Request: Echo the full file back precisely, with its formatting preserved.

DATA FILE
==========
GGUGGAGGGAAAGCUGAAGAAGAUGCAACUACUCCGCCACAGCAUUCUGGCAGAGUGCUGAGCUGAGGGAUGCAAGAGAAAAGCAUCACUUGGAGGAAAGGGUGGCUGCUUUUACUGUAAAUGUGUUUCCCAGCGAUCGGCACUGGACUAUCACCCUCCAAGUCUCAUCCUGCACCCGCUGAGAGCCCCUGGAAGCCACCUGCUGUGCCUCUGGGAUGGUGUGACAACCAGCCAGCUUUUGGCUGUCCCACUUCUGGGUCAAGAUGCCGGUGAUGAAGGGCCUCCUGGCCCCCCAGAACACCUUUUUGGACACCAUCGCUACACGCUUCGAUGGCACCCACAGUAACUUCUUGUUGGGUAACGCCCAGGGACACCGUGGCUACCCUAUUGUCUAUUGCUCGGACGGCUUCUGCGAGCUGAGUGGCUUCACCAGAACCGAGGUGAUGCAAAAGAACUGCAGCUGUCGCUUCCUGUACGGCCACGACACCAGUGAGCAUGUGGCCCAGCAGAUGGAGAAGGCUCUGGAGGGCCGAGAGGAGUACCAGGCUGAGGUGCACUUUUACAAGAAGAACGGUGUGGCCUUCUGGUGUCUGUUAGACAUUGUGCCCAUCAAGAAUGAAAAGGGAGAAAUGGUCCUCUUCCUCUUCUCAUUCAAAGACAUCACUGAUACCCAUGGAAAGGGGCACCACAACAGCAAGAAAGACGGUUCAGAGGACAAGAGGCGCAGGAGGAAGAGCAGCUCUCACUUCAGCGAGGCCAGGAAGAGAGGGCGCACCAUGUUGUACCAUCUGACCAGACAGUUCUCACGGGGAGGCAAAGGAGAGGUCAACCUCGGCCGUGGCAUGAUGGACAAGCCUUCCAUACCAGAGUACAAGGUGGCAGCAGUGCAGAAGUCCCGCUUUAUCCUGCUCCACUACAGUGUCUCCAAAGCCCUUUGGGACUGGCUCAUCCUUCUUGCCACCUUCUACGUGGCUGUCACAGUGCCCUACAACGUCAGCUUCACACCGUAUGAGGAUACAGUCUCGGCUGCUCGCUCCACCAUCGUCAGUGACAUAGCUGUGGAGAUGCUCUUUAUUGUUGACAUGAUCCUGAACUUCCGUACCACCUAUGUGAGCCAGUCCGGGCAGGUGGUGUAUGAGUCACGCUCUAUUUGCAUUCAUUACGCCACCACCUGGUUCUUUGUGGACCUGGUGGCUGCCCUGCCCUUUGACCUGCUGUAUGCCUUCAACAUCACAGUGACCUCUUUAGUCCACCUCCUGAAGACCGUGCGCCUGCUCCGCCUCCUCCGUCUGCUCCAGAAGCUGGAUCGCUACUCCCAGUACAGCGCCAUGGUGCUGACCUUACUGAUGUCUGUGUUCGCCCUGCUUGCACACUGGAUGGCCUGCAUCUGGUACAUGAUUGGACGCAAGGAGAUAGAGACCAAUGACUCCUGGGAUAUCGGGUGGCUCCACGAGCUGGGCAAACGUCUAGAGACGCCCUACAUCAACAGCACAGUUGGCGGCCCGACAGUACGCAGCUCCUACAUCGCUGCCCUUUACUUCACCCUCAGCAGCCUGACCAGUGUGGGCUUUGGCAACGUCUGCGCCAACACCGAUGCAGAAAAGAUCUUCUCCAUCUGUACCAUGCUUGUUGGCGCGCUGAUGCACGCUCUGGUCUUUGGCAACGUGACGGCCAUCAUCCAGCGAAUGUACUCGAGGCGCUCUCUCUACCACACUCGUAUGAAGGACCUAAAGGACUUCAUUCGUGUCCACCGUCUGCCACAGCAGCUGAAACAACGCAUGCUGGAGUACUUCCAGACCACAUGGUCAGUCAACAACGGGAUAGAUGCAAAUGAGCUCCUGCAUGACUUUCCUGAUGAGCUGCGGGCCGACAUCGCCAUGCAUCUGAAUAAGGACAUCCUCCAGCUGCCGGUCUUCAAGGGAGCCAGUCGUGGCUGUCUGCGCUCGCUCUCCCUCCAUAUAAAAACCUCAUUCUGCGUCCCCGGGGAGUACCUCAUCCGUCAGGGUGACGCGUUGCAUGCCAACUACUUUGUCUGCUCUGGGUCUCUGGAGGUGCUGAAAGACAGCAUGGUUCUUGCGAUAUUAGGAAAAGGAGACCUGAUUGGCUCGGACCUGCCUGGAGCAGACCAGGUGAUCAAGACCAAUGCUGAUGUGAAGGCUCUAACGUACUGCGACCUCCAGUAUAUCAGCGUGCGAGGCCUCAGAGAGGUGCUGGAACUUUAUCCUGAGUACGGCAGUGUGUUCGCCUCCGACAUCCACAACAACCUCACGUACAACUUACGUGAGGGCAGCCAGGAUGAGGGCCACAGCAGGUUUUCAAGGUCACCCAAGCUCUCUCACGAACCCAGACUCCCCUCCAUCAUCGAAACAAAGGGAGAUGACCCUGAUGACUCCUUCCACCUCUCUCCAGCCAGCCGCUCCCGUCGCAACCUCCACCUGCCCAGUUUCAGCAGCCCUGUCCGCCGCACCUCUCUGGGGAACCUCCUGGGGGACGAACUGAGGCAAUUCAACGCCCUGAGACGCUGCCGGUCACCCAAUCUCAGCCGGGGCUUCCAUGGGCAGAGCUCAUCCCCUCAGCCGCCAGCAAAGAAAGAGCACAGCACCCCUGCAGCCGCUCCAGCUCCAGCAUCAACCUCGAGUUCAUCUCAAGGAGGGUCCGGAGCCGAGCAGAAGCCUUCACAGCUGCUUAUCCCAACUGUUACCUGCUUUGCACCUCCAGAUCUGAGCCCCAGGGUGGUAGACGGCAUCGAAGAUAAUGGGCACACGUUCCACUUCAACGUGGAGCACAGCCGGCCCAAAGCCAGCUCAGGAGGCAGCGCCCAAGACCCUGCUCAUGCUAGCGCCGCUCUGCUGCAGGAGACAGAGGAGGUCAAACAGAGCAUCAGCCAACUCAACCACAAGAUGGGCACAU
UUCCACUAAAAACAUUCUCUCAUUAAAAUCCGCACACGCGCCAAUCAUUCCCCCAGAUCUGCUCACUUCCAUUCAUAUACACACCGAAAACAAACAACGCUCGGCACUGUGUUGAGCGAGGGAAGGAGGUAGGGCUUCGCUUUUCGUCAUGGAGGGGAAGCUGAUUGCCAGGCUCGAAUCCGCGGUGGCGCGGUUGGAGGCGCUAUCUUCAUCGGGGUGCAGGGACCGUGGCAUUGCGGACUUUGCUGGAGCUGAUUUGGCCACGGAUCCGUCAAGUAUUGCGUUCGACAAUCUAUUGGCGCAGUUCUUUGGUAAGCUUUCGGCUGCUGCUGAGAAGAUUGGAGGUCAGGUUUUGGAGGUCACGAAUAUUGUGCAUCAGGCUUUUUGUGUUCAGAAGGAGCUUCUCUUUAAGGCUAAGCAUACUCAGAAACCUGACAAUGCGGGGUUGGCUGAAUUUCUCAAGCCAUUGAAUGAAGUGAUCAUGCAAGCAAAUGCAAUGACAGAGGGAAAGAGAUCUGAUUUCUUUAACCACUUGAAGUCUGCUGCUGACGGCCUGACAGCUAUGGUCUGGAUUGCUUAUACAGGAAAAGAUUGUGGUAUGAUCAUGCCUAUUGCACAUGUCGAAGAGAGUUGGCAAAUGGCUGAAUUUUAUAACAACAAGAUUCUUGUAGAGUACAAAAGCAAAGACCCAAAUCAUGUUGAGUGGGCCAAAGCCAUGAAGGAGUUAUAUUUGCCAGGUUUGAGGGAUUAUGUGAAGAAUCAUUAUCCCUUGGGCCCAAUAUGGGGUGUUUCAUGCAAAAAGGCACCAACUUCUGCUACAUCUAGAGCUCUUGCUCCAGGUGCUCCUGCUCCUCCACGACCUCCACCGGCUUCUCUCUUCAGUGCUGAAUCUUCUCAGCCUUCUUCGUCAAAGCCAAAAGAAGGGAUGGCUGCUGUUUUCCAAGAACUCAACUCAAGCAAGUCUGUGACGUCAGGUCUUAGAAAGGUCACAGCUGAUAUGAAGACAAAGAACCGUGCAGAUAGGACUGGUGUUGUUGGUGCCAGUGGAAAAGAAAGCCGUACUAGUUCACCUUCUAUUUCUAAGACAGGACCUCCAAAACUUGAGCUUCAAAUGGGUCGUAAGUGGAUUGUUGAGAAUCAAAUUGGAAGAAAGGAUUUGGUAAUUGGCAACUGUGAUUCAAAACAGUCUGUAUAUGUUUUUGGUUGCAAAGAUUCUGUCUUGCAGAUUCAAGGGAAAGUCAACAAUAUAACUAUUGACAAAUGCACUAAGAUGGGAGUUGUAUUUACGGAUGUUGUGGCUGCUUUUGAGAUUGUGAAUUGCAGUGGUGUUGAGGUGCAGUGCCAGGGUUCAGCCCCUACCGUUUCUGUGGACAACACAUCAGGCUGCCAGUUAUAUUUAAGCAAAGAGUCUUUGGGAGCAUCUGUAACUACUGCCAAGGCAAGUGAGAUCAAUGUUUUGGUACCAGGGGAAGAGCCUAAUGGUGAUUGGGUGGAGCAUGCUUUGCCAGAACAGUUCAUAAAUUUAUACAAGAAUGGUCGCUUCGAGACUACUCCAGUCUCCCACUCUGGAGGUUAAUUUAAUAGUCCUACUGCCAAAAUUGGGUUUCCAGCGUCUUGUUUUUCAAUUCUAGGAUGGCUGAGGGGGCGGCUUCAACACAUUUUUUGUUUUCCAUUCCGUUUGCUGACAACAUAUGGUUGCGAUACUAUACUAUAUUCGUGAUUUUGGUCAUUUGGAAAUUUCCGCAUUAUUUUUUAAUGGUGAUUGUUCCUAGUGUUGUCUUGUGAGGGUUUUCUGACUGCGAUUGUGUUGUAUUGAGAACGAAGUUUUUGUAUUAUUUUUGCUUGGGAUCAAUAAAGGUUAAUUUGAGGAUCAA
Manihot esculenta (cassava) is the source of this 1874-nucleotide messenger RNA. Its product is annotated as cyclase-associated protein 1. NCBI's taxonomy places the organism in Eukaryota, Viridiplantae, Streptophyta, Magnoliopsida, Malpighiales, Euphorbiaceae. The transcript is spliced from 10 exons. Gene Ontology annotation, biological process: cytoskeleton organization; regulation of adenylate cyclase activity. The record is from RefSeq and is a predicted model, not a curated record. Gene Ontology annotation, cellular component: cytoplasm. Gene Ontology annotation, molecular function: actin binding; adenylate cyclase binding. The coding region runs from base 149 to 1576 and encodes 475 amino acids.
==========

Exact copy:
GGUGGAGGGAAAGCUGAAGAAGAUGCAACUACUCCGCCACAGCAUUCUGGCAGAGUGCUGAGCUGAGGGAUGCAAGAGAAAAGCAUCACUUGGAGGAAAGGGUGGCUGCUUUUACUGUAAAUGUGUUUCCCAGCGAUCGGCACUGGACUAUCACCCUCCAAGUCUCAUCCUGCACCCGCUGAGAGCCCCUGGAAGCCACCUGCUGUGCCUCUGGGAUGGUGUGACAACCAGCCAGCUUUUGGCUGUCCCACUUCUGGGUCAAGAUGCCGGUGAUGAAGGGCCUCCUGGCCCCCCAGAACACCUUUUUGGACACCAUCGCUACACGCUUCGAUGGCACCCACAGUAACUUCUUGUUGGGUAACGCCCAGGGACACCGUGGCUACCCUAUUGUCUAUUGCUCGGACGGCUUCUGCGAGCUGAGUGGCUUCACCAGAACCGAGGUGAUGCAAAAGAACUGCAGCUGUCGCUUCCUGUACGGCCACGACACCAGUGAGCAUGUGGCCCAGCAGAUGGAGAAGGCUCUGGAGGGCCGAGAGGAGUACCAGGCUGAGGUGCACUUUUACAAGAAGAACGGUGUGGCCUUCUGGUGUCUGUUAGACAUUGUGCCCAUCAAGAAUGAAAAGGGAGAAAUGGUCCUCUUCCUCUUCUCAUUCAAAGACAUCACUGAUACCCAUGGAAAGGGGCACCACAACAGCAAGAAAGACGGUUCAGAGGACAAGAGGCGCAGGAGGAAGAGCAGCUCUCACUUCAGCGAGGCCAGGAAGAGAGGGCGCACCAUGUUGUACCAUCUGACCAGACAGUUCUCACGGGGAGGCAAAGGAGAGGUCAACCUCGGCCGUGGCAUGAUGGACAAGCCUUCCAUACCAGAGUACAAGGUGGCAGCAGUGCAGAAGUCCCGCUUUAUCCUGCUCCACUACAGUGUCUCCAAAGCCCUUUGGGACUGGCUCAUCCUUCUUGCCACCUUCUACGUGGCUGUCACAGUGCCCUACAACGUCAGCUUCACACCGUAUGAGGAUACAGUCUCGGCUGCUCGCUCCACCAUCGUCAGUGACAUAGCUGUGGAGAUGCUCUUUAUUGUUGACAUGAUCCUGAACUUCCGUACCACCUAUGUGAGCCAGUCCGGGCAGGUGGUGUAUGAGUCACGCUCUAUUUGCAUUCAUUACGCCACCACCUGGUUCUUUGUGGACCUGGUGGCUGCCCUGCCCUUUGACCUGCUGUAUGCCUUCAACAUCACAGUGACCUCUUUAGUCCACCUCCUGAAGACCGUGCGCCUGCUCCGCCUCCUCCGUCUGCUCCAGAAGCUGGAUCGCUACUCCCAGUACAGCGCCAUGGUGCUGACCUUACUGAUGUCUGUGUUCGCCCUGCUUGCACACUGGAUGGCCUGCAUCUGGUACAUGAUUGGACGCAAGGAGAUAGAGACCAAUGACUCCUGGGAUAUCGGGUGGCUCCACGAGCUGGGCAAACGUCUAGAGACGCCCUACAUCAACAGCACAGUUGGCGGCCCGACAGUACGCAGCUCCUACAUCGCUGCCCUUUACUUCACCCUCAGCAGCCUGACCAGUGUGGGCUUUGGCAACGUCUGCGCCAACACCGAUGCAGAAAAGAUCUUCUCCAUCUGUACCAUGCUUGUUGGCGCGCUGAUGCACGCUCUGGUCUUUGGCAACGUGACGGCCAUCAUCCAGCGAAUGUACUCGAGGCGCUCUCUCUACCACACUCGUAUGAAGGACCUAAAGGACUUCAUUCGUGUCCACCGUCUGCCACAGCAGCUGAAACAACGCAUGCUGGAGUACUUCCAGACCACAUGGUCAGUCAACAACGGGAUAGAUGCAAAUGAGCUCCUGCAUGACUUUCCUGAUGAGCUGCGGGCCGACAUCGCCAUGCAUCUGAAUAAGGACAUCCUCCAGCUGCCGGUCUUCAAGGGAGCCAGUCGUGGCUGUCUGCGCUCGCUCUCCCUCCAUAUAAAAACCUCAUUCUGCGUCCCCGGGGAGUACCUCAUCCGUCAGGGUGACGCGUUGCAUGCCAACUACUUUGUCUGCUCUGGGUCUCUGGAGGUGCUGAAAGACAGCAUGGUUCUUGCGAUAUUAGGAAAAGGAGACCUGAUUGGCUCGGACCUGCCUGGAGCAGACCAGGUGAUCAAGACCAAUGCUGAUGUGAAGGCUCUAACGUACUGCGACCUCCAGUAUAUCAGCGUGCGAGGCCUCAGAGAGGUGCUGGAACUUUAUCCUGAGUACGGCAGUGUGUUCGCCUCCGACAUCCACAACAACCUCACGUACAACUUACGUGAGGGCAGCCAGGAUGAGGGCCACAGCAGGUUUUCAAGGUCACCCAAGCUCUCUCACGAACCCAGACUCCCCUCCAUCAUCGAAACAAAGGGAGAUGACCCUGAUGACUCCUUCCACCUCUCUCCAGCCAGCCGCUCCCGUCGCAACCUCCACCUGCCCAGUUUCAGCAGCCCUGUCCGCCGCACCUCUCUGGGGAACCUCCUGGGGGACGAACUGAGGCAAUUCAACGCCCUGAGACGCUGCCGGUCACCCAAUCUCAGCCGGGGCUUCCAUGGGCAGAGCUCAUCCCCUCAGCCGCCAGCAAAGAAAGAGCACAGCACCCCUGCAGCCGCUCCAGCUCCAGCAUCAACCUCGAGUUCAUCUCAAGGAGGGUCCGGAGCCGAGCAGAAGCCUUCACAGCUGCUUAUCCCAACUGUUACCUGCUUUGCACCUCCAGAUCUGAGCCCCAGGGUGGUAGACGGCAUCGAAGAUAAUGGGCACACGUUCCACUUCAACGUGGAGCACAGCCGGCCCAAAGCCAGCUCAGGAGGCAGCGCCCAAGACCCUGCUCAUGCUAGCGCCGCUCUGCUGCAGGAGACAGAGGAGGUCAAACAGAGCAUCAGCCAACUCAACCACAAGAUGGGCACAU
UUCCACUAAAAACAUUCUCUCAUUAAAAUCCGCACACGCGCCAAUCAUUCCCCCAGAUCUGCUCACUUCCAUUCAUAUACACACCGAAAACAAACAACGCUCGGCACUGUGUUGAGCGAGGGAAGGAGGUAGGGCUUCGCUUUUCGUCAUGGAGGGGAAGCUGAUUGCCAGGCUCGAAUCCGCGGUGGCGCGGUUGGAGGCGCUAUCUUCAUCGGGGUGCAGGGACCGUGGCAUUGCGGACUUUGCUGGAGCUGAUUUGGCCACGGAUCCGUCAAGUAUUGCGUUCGACAAUCUAUUGGCGCAGUUCUUUGGUAAGCUUUCGGCUGCUGCUGAGAAGAUUGGAGGUCAGGUUUUGGAGGUCACGAAUAUUGUGCAUCAGGCUUUUUGUGUUCAGAAGGAGCUUCUCUUUAAGGCUAAGCAUACUCAGAAACCUGACAAUGCGGGGUUGGCUGAAUUUCUCAAGCCAUUGAAUGAAGUGAUCAUGCAAGCAAAUGCAAUGACAGAGGGAAAGAGAUCUGAUUUCUUUAACCACUUGAAGUCUGCUGCUGACGGCCUGACAGCUAUGGUCUGGAUUGCUUAUACAGGAAAAGAUUGUGGUAUGAUCAUGCCUAUUGCACAUGUCGAAGAGAGUUGGCAAAUGGCUGAAUUUUAUAACAACAAGAUUCUUGUAGAGUACAAAAGCAAAGACCCAAAUCAUGUUGAGUGGGCCAAAGCCAUGAAGGAGUUAUAUUUGCCAGGUUUGAGGGAUUAUGUGAAGAAUCAUUAUCCCUUGGGCCCAAUAUGGGGUGUUUCAUGCAAAAAGGCACCAACUUCUGCUACAUCUAGAGCUCUUGCUCCAGGUGCUCCUGCUCCUCCACGACCUCCACCGGCUUCUCUCUUCAGUGCUGAAUCUUCUCAGCCUUCUUCGUCAAAGCCAAAAGAAGGGAUGGCUGCUGUUUUCCAAGAACUCAACUCAAGCAAGUCUGUGACGUCAGGUCUUAGAAAGGUCACAGCUGAUAUGAAGACAAAGAACCGUGCAGAUAGGACUGGUGUUGUUGGUGCCAGUGGAAAAGAAAGCCGUACUAGUUCACCUUCUAUUUCUAAGACAGGACCUCCAAAACUUGAGCUUCAAAUGGGUCGUAAGUGGAUUGUUGAGAAUCAAAUUGGAAGAAAGGAUUUGGUAAUUGGCAACUGUGAUUCAAAACAGUCUGUAUAUGUUUUUGGUUGCAAAGAUUCUGUCUUGCAGAUUCAAGGGAAAGUCAACAAUAUAACUAUUGACAAAUGCACUAAGAUGGGAGUUGUAUUUACGGAUGUUGUGGCUGCUUUUGAGAUUGUGAAUUGCAGUGGUGUUGAGGUGCAGUGCCAGGGUUCAGCCCCUACCGUUUCUGUGGACAACACAUCAGGCUGCCAGUUAUAUUUAAGCAAAGAGUCUUUGGGAGCAUCUGUAACUACUGCCAAGGCAAGUGAGAUCAAUGUUUUGGUACCAGGGGAAGAGCCUAAUGGUGAUUGGGUGGAGCAUGCUUUGCCAGAACAGUUCAUAAAUUUAUACAAGAAUGGUCGCUUCGAGACUACUCCAGUCUCCCACUCUGGAGGUUAAUUUAAUAGUCCUACUGCCAAAAUUGGGUUUCCAGCGUCUUGUUUUUCAAUUCUAGGAUGGCUGAGGGGGCGGCUUCAACACAUUUUUUGUUUUCCAUUCCGUUUGCUGACAACAUAUGGUUGCGAUACUAUACUAUAUUCGUGAUUUUGGUCAUUUGGAAAUUUCCGCAUUAUUUUUUAAUGGUGAUUGUUCCUAGUGUUGUCUUGUGAGGGUUUUCUGACUGCGAUUGUGUUGUAUUGAGAACGAAGUUUUUGUAUUAUUUUUGCUUGGGAUCAAUAAAGGUUAAUUUGAGGAUCAA
Manihot esculenta (cassava) is the source of this 1874-nucleotide messenger RNA. Its product is annotated as cyclase-associated protein 1. NCBI's taxonomy places the organism in Eukaryota, Viridiplantae, Streptophyta, Magnoliopsida, Malpighiales, Euphorbiaceae. The transcript is spliced from 10 exons. Gene Ontology annotation, biological process: cytoskeleton organization; regulation of adenylate cyclase activity. The record is from RefSeq and is a predicted model, not a curated record. Gene Ontology annotation, cellular component: cytoplasm. Gene Ontology annotation, molecular function: actin binding; adenylate cyclase binding. The coding region runs from base 149 to 1576 and encodes 475 amino acids.